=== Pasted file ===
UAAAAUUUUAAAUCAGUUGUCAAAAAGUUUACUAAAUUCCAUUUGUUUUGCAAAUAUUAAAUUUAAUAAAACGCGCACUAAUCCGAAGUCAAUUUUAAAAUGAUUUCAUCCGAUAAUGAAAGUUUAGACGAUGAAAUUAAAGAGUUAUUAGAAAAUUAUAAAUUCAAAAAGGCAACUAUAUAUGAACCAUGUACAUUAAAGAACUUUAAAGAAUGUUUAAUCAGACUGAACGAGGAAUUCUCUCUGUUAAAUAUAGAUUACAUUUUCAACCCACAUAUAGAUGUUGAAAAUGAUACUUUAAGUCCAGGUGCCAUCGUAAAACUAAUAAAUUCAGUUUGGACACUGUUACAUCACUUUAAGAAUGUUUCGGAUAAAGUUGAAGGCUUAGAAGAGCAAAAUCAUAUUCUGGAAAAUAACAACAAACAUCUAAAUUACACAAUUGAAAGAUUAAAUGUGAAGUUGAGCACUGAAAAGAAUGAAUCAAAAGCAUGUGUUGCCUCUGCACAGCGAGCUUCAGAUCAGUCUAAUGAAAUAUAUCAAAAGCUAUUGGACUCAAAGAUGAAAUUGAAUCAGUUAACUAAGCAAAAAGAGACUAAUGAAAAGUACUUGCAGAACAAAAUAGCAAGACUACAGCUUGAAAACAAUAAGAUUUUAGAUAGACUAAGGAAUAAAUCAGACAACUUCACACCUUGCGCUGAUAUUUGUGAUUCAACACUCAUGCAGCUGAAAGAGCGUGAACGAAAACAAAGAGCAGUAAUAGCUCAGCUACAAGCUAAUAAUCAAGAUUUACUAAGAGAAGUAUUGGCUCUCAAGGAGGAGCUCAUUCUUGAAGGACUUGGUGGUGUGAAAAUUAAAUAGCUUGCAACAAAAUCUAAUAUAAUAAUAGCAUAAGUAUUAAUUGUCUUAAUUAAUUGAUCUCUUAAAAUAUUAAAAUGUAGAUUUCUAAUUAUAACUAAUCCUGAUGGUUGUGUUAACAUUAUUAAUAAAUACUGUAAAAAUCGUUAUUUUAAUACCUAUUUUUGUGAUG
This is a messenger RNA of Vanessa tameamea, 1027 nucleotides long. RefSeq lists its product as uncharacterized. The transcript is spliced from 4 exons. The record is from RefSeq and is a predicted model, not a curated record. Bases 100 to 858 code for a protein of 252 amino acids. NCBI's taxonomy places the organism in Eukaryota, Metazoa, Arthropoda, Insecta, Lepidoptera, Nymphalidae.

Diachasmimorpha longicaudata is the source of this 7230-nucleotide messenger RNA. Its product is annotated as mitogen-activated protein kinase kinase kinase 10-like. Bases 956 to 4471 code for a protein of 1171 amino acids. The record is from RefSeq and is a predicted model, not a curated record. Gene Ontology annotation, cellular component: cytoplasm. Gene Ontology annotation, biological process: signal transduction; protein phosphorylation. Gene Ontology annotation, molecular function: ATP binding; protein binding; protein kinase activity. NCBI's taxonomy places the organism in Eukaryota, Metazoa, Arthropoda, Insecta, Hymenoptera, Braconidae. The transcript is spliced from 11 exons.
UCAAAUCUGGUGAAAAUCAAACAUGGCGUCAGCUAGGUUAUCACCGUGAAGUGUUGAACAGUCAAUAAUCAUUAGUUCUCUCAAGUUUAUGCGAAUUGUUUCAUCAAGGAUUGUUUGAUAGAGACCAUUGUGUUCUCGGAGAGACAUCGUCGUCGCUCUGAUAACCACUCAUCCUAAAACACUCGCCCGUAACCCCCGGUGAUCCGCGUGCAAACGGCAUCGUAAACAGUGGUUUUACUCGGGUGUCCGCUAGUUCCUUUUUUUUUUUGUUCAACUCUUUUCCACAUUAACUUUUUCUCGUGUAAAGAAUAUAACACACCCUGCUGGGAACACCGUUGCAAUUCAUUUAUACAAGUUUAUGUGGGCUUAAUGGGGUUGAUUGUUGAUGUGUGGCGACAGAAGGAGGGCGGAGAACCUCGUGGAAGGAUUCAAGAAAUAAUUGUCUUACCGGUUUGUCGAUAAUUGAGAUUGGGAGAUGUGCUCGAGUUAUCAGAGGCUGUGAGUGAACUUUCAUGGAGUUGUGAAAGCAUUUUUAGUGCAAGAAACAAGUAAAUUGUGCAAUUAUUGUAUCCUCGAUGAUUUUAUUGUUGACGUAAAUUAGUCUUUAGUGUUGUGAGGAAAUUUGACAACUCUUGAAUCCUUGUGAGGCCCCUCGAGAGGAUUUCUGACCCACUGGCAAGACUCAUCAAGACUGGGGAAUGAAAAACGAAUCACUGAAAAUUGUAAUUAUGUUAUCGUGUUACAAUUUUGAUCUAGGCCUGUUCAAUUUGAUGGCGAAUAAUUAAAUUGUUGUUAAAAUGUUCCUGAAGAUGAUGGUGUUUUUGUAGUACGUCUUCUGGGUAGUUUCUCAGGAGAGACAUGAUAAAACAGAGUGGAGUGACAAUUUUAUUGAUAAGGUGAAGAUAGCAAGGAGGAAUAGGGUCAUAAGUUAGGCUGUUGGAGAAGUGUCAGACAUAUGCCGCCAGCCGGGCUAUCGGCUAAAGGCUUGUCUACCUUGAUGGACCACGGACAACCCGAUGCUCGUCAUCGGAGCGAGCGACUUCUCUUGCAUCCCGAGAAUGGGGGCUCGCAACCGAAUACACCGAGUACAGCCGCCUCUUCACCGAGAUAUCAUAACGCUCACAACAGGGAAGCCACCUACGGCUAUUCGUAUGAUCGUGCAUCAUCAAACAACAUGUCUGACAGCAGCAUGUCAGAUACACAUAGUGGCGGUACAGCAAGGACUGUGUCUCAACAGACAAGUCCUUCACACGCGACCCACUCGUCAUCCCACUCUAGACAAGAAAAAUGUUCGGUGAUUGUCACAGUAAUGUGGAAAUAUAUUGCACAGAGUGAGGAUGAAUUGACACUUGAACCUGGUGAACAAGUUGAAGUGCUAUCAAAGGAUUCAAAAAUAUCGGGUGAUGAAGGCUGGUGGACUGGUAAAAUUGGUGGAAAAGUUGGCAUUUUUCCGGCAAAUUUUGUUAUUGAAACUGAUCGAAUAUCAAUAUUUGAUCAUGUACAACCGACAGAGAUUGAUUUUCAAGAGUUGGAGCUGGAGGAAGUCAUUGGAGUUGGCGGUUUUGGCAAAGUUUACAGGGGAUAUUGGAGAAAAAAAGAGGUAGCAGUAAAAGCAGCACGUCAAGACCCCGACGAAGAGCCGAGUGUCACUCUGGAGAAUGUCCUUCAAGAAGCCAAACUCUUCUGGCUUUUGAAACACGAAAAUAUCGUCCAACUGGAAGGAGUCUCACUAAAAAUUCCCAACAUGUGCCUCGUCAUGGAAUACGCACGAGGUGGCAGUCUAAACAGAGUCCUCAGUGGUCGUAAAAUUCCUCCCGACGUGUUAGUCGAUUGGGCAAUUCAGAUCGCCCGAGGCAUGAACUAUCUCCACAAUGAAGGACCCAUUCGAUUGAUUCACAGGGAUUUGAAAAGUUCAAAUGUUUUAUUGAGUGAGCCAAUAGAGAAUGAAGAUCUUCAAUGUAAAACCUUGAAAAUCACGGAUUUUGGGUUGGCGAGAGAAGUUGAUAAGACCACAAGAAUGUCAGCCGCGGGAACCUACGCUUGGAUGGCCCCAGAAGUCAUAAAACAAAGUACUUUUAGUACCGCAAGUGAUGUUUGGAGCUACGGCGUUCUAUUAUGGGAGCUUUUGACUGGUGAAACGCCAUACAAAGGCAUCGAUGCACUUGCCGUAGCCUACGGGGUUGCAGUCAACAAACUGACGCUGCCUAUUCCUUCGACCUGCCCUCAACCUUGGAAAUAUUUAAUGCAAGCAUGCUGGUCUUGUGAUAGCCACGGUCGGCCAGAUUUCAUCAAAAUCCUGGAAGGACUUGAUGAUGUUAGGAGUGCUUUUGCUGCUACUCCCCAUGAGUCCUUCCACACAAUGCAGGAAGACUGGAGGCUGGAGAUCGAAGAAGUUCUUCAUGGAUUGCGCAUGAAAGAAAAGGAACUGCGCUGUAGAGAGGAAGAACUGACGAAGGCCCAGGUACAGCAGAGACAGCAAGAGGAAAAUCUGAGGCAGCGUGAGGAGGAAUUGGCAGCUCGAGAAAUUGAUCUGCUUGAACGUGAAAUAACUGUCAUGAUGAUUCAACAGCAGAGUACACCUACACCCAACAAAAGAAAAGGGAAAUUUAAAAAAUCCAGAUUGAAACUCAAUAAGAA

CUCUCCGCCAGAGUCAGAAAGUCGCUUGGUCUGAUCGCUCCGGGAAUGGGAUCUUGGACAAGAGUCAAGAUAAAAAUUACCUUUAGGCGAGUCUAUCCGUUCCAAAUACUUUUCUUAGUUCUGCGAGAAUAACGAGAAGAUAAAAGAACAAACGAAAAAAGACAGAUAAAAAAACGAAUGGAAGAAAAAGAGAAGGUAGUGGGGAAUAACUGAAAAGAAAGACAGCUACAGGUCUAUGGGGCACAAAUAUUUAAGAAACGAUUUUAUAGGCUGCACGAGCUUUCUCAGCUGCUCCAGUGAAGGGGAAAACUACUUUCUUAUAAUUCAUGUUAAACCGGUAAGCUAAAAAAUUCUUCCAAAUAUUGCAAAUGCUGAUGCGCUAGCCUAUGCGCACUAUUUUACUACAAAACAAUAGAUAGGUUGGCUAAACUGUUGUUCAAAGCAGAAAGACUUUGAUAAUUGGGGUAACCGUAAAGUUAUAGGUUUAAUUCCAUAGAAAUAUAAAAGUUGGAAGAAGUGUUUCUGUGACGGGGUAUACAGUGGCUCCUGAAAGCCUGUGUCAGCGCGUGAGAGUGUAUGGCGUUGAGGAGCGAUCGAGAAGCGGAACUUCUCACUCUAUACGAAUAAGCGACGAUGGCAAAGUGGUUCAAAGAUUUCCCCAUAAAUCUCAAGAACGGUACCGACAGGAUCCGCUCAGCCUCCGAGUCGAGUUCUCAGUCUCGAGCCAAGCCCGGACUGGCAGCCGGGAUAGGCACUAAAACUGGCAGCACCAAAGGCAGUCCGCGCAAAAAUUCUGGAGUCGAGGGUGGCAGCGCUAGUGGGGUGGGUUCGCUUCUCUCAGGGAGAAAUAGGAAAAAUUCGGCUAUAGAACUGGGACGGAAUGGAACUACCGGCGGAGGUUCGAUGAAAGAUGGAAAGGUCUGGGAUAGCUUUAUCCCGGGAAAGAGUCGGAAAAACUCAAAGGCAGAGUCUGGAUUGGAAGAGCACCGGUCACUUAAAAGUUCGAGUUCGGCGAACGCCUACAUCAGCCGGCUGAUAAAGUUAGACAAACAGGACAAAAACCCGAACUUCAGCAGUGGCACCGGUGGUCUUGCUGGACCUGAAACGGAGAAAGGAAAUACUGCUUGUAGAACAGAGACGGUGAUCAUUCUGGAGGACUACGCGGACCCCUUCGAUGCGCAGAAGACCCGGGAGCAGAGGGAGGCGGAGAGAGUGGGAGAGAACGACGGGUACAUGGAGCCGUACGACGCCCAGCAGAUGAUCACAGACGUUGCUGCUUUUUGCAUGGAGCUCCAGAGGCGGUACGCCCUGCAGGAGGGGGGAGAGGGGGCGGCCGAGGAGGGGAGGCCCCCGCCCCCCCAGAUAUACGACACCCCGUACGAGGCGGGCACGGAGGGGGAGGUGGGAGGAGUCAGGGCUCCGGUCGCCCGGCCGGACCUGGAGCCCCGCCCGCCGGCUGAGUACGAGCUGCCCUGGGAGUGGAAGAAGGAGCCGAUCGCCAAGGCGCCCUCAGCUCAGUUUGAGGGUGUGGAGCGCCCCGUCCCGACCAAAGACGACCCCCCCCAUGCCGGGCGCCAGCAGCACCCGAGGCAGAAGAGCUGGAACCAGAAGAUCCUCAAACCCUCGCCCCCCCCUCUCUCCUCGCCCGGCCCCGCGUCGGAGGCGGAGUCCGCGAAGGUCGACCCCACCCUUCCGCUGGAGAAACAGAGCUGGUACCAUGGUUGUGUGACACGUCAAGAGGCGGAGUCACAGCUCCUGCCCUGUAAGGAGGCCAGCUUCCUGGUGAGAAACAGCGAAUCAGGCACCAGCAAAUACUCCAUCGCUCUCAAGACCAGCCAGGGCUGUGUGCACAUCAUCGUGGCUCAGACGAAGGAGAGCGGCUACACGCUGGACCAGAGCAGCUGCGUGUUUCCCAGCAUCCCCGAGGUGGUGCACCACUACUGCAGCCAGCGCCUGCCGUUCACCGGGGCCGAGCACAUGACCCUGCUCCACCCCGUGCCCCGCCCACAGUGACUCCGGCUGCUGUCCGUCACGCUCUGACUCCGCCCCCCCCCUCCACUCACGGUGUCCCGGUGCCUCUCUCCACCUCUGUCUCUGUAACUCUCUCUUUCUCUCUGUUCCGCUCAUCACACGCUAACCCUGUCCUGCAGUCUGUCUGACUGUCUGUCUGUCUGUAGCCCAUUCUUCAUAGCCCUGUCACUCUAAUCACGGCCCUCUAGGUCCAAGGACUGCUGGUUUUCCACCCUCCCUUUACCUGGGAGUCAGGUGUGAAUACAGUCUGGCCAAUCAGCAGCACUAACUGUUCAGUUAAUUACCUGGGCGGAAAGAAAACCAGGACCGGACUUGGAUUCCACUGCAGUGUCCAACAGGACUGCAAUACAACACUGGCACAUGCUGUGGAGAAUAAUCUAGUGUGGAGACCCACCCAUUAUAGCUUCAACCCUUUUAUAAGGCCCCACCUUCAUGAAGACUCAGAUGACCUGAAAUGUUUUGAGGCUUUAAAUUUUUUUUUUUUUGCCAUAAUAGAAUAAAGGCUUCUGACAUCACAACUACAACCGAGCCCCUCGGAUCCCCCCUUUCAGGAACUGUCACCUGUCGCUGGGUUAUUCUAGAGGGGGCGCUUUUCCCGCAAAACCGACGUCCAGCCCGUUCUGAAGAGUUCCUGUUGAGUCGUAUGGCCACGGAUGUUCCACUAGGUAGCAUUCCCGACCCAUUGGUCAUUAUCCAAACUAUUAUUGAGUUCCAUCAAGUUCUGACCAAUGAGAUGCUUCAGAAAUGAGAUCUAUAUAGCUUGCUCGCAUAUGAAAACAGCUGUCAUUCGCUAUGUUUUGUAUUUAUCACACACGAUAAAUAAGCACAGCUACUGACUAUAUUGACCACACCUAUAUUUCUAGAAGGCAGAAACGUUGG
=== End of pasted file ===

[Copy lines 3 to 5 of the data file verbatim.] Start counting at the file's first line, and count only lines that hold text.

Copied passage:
Diachasmimorpha longicaudata is the source of this 7230-nucleotide messenger RNA. Its product is annotated as mitogen-activated protein kinase kinase kinase 10-like. Bases 956 to 4471 code for a protein of 1171 amino acids. The record is from RefSeq and is a predicted model, not a curated record. Gene Ontology annotation, cellular component: cytoplasm. Gene Ontology annotation, biological process: signal transduction; protein phosphorylation. Gene Ontology annotation, molecular function: ATP binding; protein binding; protein kinase activity. NCBI's taxonomy places the organism in Eukaryota, Metazoa, Arthropoda, Insecta, Hymenoptera, Braconidae. The transcript is spliced from 11 exons.
UCAAAUCUGGUGAAAAUCAAACAUGGCGUCAGCUAGGUUAUCACCGUGAAGUGUUGAACAGUCAAUAAUCAUUAGUUCUCUCAAGUUUAUGCGAAUUGUUUCAUCAAGGAUUGUUUGAUAGAGACCAUUGUGUUCUCGGAGAGACAUCGUCGUCGCUCUGAUAACCACUCAUCCUAAAACACUCGCCCGUAACCCCCGGUGAUCCGCGUGCAAACGGCAUCGUAAACAGUGGUUUUACUCGGGUGUCCGCUAGUUCCUUUUUUUUUUUGUUCAACUCUUUUCCACAUUAACUUUUUCUCGUGUAAAGAAUAUAACACACCCUGCUGGGAACACCGUUGCAAUUCAUUUAUACAAGUUUAUGUGGGCUUAAUGGGGUUGAUUGUUGAUGUGUGGCGACAGAAGGAGGGCGGAGAACCUCGUGGAAGGAUUCAAGAAAUAAUUGUCUUACCGGUUUGUCGAUAAUUGAGAUUGGGAGAUGUGCUCGAGUUAUCAGAGGCUGUGAGUGAACUUUCAUGGAGUUGUGAAAGCAUUUUUAGUGCAAGAAACAAGUAAAUUGUGCAAUUAUUGUAUCCUCGAUGAUUUUAUUGUUGACGUAAAUUAGUCUUUAGUGUUGUGAGGAAAUUUGACAACUCUUGAAUCCUUGUGAGGCCCCUCGAGAGGAUUUCUGACCCACUGGCAAGACUCAUCAAGACUGGGGAAUGAAAAACGAAUCACUGAAAAUUGUAAUUAUGUUAUCGUGUUACAAUUUUGAUCUAGGCCUGUUCAAUUUGAUGGCGAAUAAUUAAAUUGUUGUUAAAAUGUUCCUGAAGAUGAUGGUGUUUUUGUAGUACGUCUUCUGGGUAGUUUCUCAGGAGAGACAUGAUAAAACAGAGUGGAGUGACAAUUUUAUUGAUAAGGUGAAGAUAGCAAGGAGGAAUAGGGUCAUAAGUUAGGCUGUUGGAGAAGUGUCAGACAUAUGCCGCCAGCCGGGCUAUCGGCUAAAGGCUUGUCUACCUUGAUGGACCACGGACAACCCGAUGCUCGUCAUCGGAGCGAGCGACUUCUCUUGCAUCCCGAGAAUGGGGGCUCGCAACCGAAUACACCGAGUACAGCCGCCUCUUCACCGAGAUAUCAUAACGCUCACAACAGGGAAGCCACCUACGGCUAUUCGUAUGAUCGUGCAUCAUCAAACAACAUGUCUGACAGCAGCAUGUCAGAUACACAUAGUGGCGGUACAGCAAGGACUGUGUCUCAACAGACAAGUCCUUCACACGCGACCCACUCGUCAUCCCACUCUAGACAAGAAAAAUGUUCGGUGAUUGUCACAGUAAUGUGGAAAUAUAUUGCACAGAGUGAGGAUGAAUUGACACUUGAACCUGGUGAACAAGUUGAAGUGCUAUCAAAGGAUUCAAAAAUAUCGGGUGAUGAAGGCUGGUGGACUGGUAAAAUUGGUGGAAAAGUUGGCAUUUUUCCGGCAAAUUUUGUUAUUGAAACUGAUCGAAUAUCAAUAUUUGAUCAUGUACAACCGACAGAGAUUGAUUUUCAAGAGUUGGAGCUGGAGGAAGUCAUUGGAGUUGGCGGUUUUGGCAAAGUUUACAGGGGAUAUUGGAGAAAAAAAGAGGUAGCAGUAAAAGCAGCACGUCAAGACCCCGACGAAGAGCCGAGUGUCACUCUGGAGAAUGUCCUUCAAGAAGCCAAACUCUUCUGGCUUUUGAAACACGAAAAUAUCGUCCAACUGGAAGGAGUCUCACUAAAAAUUCCCAACAUGUGCCUCGUCAUGGAAUACGCACGAGGUGGCAGUCUAAACAGAGUCCUCAGUGGUCGUAAAAUUCCUCCCGACGUGUUAGUCGAUUGGGCAAUUCAGAUCGCCCGAGGCAUGAACUAUCUCCACAAUGAAGGACCCAUUCGAUUGAUUCACAGGGAUUUGAAAAGUUCAAAUGUUUUAUUGAGUGAGCCAAUAGAGAAUGAAGAUCUUCAAUGUAAAACCUUGAAAAUCACGGAUUUUGGGUUGGCGAGAGAAGUUGAUAAGACCACAAGAAUGUCAGCCGCGGGAACCUACGCUUGGAUGGCCCCAGAAGUCAUAAAACAAAGUACUUUUAGUACCGCAAGUGAUGUUUGGAGCUACGGCGUUCUAUUAUGGGAGCUUUUGACUGGUGAAACGCCAUACAAAGGCAUCGAUGCACUUGCCGUAGCCUACGGGGUUGCAGUCAACAAACUGACGCUGCCUAUUCCUUCGACCUGCCCUCAACCUUGGAAAUAUUUAAUGCAAGCAUGCUGGUCUUGUGAUAGCCACGGUCGGCCAGAUUUCAUCAAAAUCCUGGAAGGACUUGAUGAUGUUAGGAGUGCUUUUGCUGCUACUCCCCAUGAGUCCUUCCACACAAUGCAGGAAGACUGGAGGCUGGAGAUCGAAGAAGUUCUUCAUGGAUUGCGCAUGAAAGAAAAGGAACUGCGCUGUAGAGAGGAAGAACUGACGAAGGCCCAGGUACAGCAGAGACAGCAAGAGGAAAAUCUGAGGCAGCGUGAGGAGGAAUUGGCAGCUCGAGAAAUUGAUCUGCUUGAACGUGAAAUAACUGUCAUGAUGAUUCAACAGCAGAGUACACCUACACCCAACAAAAGAAAAGGGAAAUUUAAAAAAUCCAGAUUGAAACUCAAUAAGAA

CUCUCCGCCAGAGUCAGAAAGUCGCUUGGUCUGAUCGCUCCGGGAAUGGGAUCUUGGACAAGAGUCAAGAUAAAAAUUACCUUUAGGCGAGUCUAUCCGUUCCAAAUACUUUUCUUAGUUCUGCGAGAAUAACGAGAAGAUAAAAGAACAAACGAAAAAAGACAGAUAAAAAAACGAAUGGAAGAAAAAGAGAAGGUAGUGGGGAAUAACUGAAAAGAAAGACAGCUACAGGUCUAUGGGGCACAAAUAUUUAAGAAACGAUUUUAUAGGCUGCACGAGCUUUCUCAGCUGCUCCAGUGAAGGGGAAAACUACUUUCUUAUAAUUCAUGUUAAACCGGUAAGCUAAAAAAUUCUUCCAAAUAUUGCAAAUGCUGAUGCGCUAGCCUAUGCGCACUAUUUUACUACAAAACAAUAGAUAGGUUGGCUAAACUGUUGUUCAAAGCAGAAAGACUUUGAUAAUUGGGGUAACCGUAAAGUUAUAGGUUUAAUUCCAUAGAAAUAUAAAAGUUGGAAGAAGUGUUUCUGUGACGGGGUAUACAGUGGCUCCUGAAAGCCUGUGUCAGCGCGUGAGAGUGUAUGGCGUUGAGGAGCGAUCGAGAAGCGGAACUUCUCACUCUAUACGAAUAAGCGACGAUGGCAAAGUGGUUCAAAGAUUUCCCCAUAAAUCUCAAGAACGGUACCGACAGGAUCCGCUCAGCCUCCGAGUCGAGUUCUCAGUCUCGAGCCAAGCCCGGACUGGCAGCCGGGAUAGGCACUAAAACUGGCAGCACCAAAGGCAGUCCGCGCAAAAAUUCUGGAGUCGAGGGUGGCAGCGCUAGUGGGGUGGGUUCGCUUCUCUCAGGGAGAAAUAGGAAAAAUUCGGCUAUAGAACUGGGACGGAAUGGAACUACCGGCGGAGGUUCGAUGAAAGAUGGAAAGGUCUGGGAUAGCUUUAUCCCGGGAAAGAGUCGGAAAAACUCAAAGGCAGAGUCUGGAUUGGAAGAGCACCGGUCACUUAAAAGUUCGAGUUCGGCGAACGCCUACAUCAGCCGGCUGAUAAAGUUAGACAAACAGGACAAAAACCCGAACUUCAGCAGUGGCACCGGUGGUCUUGCUGGACCUGAAACGGAGAAAGGAAAUACUGCUUGUAGAACAGAGACGGUGAUCAUUCUGGAGGACUACGCGGACCCCUUCGAUGCGCAGAAGACCCGGGAGCAGAGGGAGGCGGAGAGAGUGGGAGAGAACGACGGGUACAUGGAGCCGUACGACGCCCAGCAGAUGAUCACAGACGUUGCUGCUUUUUGCAUGGAGCUCCAGAGGCGGUACGCCCUGCAGGAGGGGGGAGAGGGGGCGGCCGAGGAGGGGAGGCCCCCGCCCCCCCAGAUAUACGACACCCCGUACGAGGCGGGCACGGAGGGGGAGGUGGGAGGAGUCAGGGCUCCGGUCGCCCGGCCGGACCUGGAGCCCCGCCCGCCGGCUGAGUACGAGCUGCCCUGGGAGUGGAAGAAGGAGCCGAUCGCCAAGGCGCCCUCAGCUCAGUUUGAGGGUGUGGAGCGCCCCGUCCCGACCAAAGACGACCCCCCCCAUGCCGGGCGCCAGCAGCACCCGAGGCAGAAGAGCUGGAACCAGAAGAUCCUCAAACCCUCGCCCCCCCCUCUCUCCUCGCCCGGCCCCGCGUCGGAGGCGGAGUCCGCGAAGGUCGACCCCACCCUUCCGCUGGAGAAACAGAGCUGGUACCAUGGUUGUGUGACACGUCAAGAGGCGGAGUCACAGCUCCUGCCCUGUAAGGAGGCCAGCUUCCUGGUGAGAAACAGCGAAUCAGGCACCAGCAAAUACUCCAUCGCUCUCAAGACCAGCCAGGGCUGUGUGCACAUCAUCGUGGCUCAGACGAAGGAGAGCGGCUACACGCUGGACCAGAGCAGCUGCGUGUUUCCCAGCAUCCCCGAGGUGGUGCACCACUACUGCAGCCAGCGCCUGCCGUUCACCGGGGCCGAGCACAUGACCCUGCUCCACCCCGUGCCCCGCCCACAGUGACUCCGGCUGCUGUCCGUCACGCUCUGACUCCGCCCCCCCCCUCCACUCACGGUGUCCCGGUGCCUCUCUCCACCUCUGUCUCUGUAACUCUCUCUUUCUCUCUGUUCCGCUCAUCACACGCUAACCCUGUCCUGCAGUCUGUCUGACUGUCUGUCUGUCUGUAGCCCAUUCUUCAUAGCCCUGUCACUCUAAUCACGGCCCUCUAGGUCCAAGGACUGCUGGUUUUCCACCCUCCCUUUACCUGGGAGUCAGGUGUGAAUACAGUCUGGCCAAUCAGCAGCACUAACUGUUCAGUUAAUUACCUGGGCGGAAAGAAAACCAGGACCGGACUUGGAUUCCACUGCAGUGUCCAACAGGACUGCAAUACAACACUGGCACAUGCUGUGGAGAAUAAUCUAGUGUGGAGACCCACCCAUUAUAGCUUCAACCCUUUUAUAAGGCCCCACCUUCAUGAAGACUCAGAUGACCUGAAAUGUUUUGAGGCUUUAAAUUUUUUUUUUUUUGCCAUAAUAGAAUAAAGGCUUCUGACAUCACAACUACAACCGAGCCCCUCGGAUCCCCCCUUUCAGGAACUGUCACCUGUCGCUGGGUUAUUCUAGAGGGGGCGCUUUUCCCGCAAAACCGACGUCCAGCCCGUUCUGAAGAGUUCCUGUUGAGUCGUAUGGCCACGGAUGUUCCACUAGGUAGCAUUCCCGACCCAUUGGUCAUUAUCCAAACUAUUAUUGAGUUCCAUCAAGUUCUGACCAAUGAGAUGCUUCAGAAAUGAGAUCUAUAUAGCUUGCUCGCAUAUGAAAACAGCUGUCAUUCGCUAUGUUUUGUAUUUAUCACACACGAUAAAUAAGCACAGCUACUGACUAUAUUGACCACACCUAUAUUUCUAGAAGGCAGAAACGUUGG